Jan 29, 2015
Who’s the Boss?

A recent study by the Chronicle of Higher Education has yielded some results that members of the athletic training community may find troubling. In a survey of 101 athletic department head athletic trainers, head football athletic trainers, and other sports medicine professionals from the NCAA’s Football Bowl Subdivision (FBS), nearly half of the responders indicated anonymously they have felt pressure from football coaches to return concussed players to action before they were medically ready. These results, say some experts, indicate that it’s past time to re-evaluate the structure of some collegiate sports medicine departments.
The Chronicle of Higher Education’s survey was distributed to hundreds of athletic trainers and training-staff members from the NCAA’s 120 FBS programs. Of the 101 who responded:

  • 11 said they reported directly to the football coach or a member of the coaching staff
  • 32 said a member of the football coaching staff had influence over hiring and firing decisions for their position
  • 53 said they had felt pressure from football coaches to return a student to play faster than they thought was in his best interest medically
  • 42 said they had felt pressure from football coaches to return an athlete to the field even after he suffered a concussion.

According to the Chronicle, comments included:

“Too many medical decisions are made by individuals outside of the medical profession,” wrote one athletic trainer in the Mid-American Conference. Others told of coaches steering players to outside medical providers who rubber-stamp their calls.

Two former athletic trainers in the Pac-12 Conference described how they had lost their jobs after clashing with coaches over concussion treatment.

“It was scary,” said one trainer, who left a prominent California university over the conflict. “It was uncomfortably close to infringing on the medical well-being of the athlete.”

Kevin M. Guskiewicz, ATC, PhD, Department Chair of Exercise and Sport Science at the University of North Carolina and a leading concussion researcher, believes the survey findings are disturbing and says schools need to re-evaluate how they structure their sports medicine chain of command.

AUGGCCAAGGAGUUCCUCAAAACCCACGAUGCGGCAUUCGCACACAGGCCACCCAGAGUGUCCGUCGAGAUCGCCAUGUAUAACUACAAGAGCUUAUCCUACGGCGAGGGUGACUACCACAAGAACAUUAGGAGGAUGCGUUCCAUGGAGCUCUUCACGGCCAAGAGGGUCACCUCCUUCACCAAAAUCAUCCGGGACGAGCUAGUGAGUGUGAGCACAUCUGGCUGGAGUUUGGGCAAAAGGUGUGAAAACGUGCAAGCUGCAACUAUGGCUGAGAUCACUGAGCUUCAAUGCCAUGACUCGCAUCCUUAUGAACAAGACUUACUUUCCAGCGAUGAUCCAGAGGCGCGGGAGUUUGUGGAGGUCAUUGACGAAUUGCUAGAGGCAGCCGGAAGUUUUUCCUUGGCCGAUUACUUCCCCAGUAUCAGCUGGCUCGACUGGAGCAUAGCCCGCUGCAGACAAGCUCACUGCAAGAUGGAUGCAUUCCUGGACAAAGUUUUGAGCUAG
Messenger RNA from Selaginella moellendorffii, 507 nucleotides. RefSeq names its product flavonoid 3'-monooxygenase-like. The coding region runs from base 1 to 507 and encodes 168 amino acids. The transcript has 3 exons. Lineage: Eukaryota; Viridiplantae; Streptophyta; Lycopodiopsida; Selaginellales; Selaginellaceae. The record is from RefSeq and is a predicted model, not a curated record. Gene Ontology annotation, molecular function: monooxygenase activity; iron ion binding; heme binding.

“Any institution that places a coach in a supervisory role over the athletic trainer or allows a coach to put pressure on medical decisions is just asking for trouble,” he told the Chronicle.

John Infante, a former compliance officer at NCAA Division I schools and author of the popular and informative Bylaw Blog, agrees with Guskiewicz and says:

“When it comes to the credibility, authority, and independence of trainers and physicians in college sports, the NCAA absolutely has a role to play when it comes to the relationship between coaches and sports medicine staff.”

Furthering his point, Infante says it’s time for the NCAA to advance legislation on the issue:

“Proposal 2013-16 is the next step. This proposal, which could be voted on as soon as January, requires Division I institutions to appoint a team physician for each or all of their teams. There are a couple of problems with Proposal 2013-16, though. The legislation was originally offered as an emergency/noncontroversial proposal but was then moved to the standard legislative cycle. Apparently, there was significant debate about whether teams should be required to have an appointed team doctor.”

The proposal, however, does need some tweaking, writes Infante. He says the language covering authority given to team physicians is not as clear or as strong as it should be. The proposal currently reads: “The team physician shall be authorized to oversee the medical services for injuries and illnesses incidental to a student-athlete’s participation in intercollegiate athletics.”

According to Infante:

“Authorization to oversee medical services is a far cry from being empowered with unchallengeable authority. The strong language currently reserved for voluntary workouts should be the standard way the NCAA talks about the power of sports medicine staff to make medical decisions.”

Instead, he says, the NCAA needs a new, more expansive proposal which addresses the following:

  • Requires institutions to designate both a team physician and full-time athletic trainer for each of their teams to oversee medical care;
  • Requires members to give final and unchallengeable authority to the sports medicine staff on all decisions involving student-athlete medical care; and
  • Prohibits the sports medicine department or staff from being overseen by a coaching staff member or a non-coaching staff member with sport-specific responsibilities (i.e. a director of operations).

Believing time is of the essence, Infante calls for the proposal to be passed as emergency or noncontroversial legislation as soon as possible, either by the Legislative Council or Board of Directors.

“At the very least, it would show that the NCAA is attacking this problem,” he writes. “If the members want to object via the override process, that would lay bare where the resistance is.”

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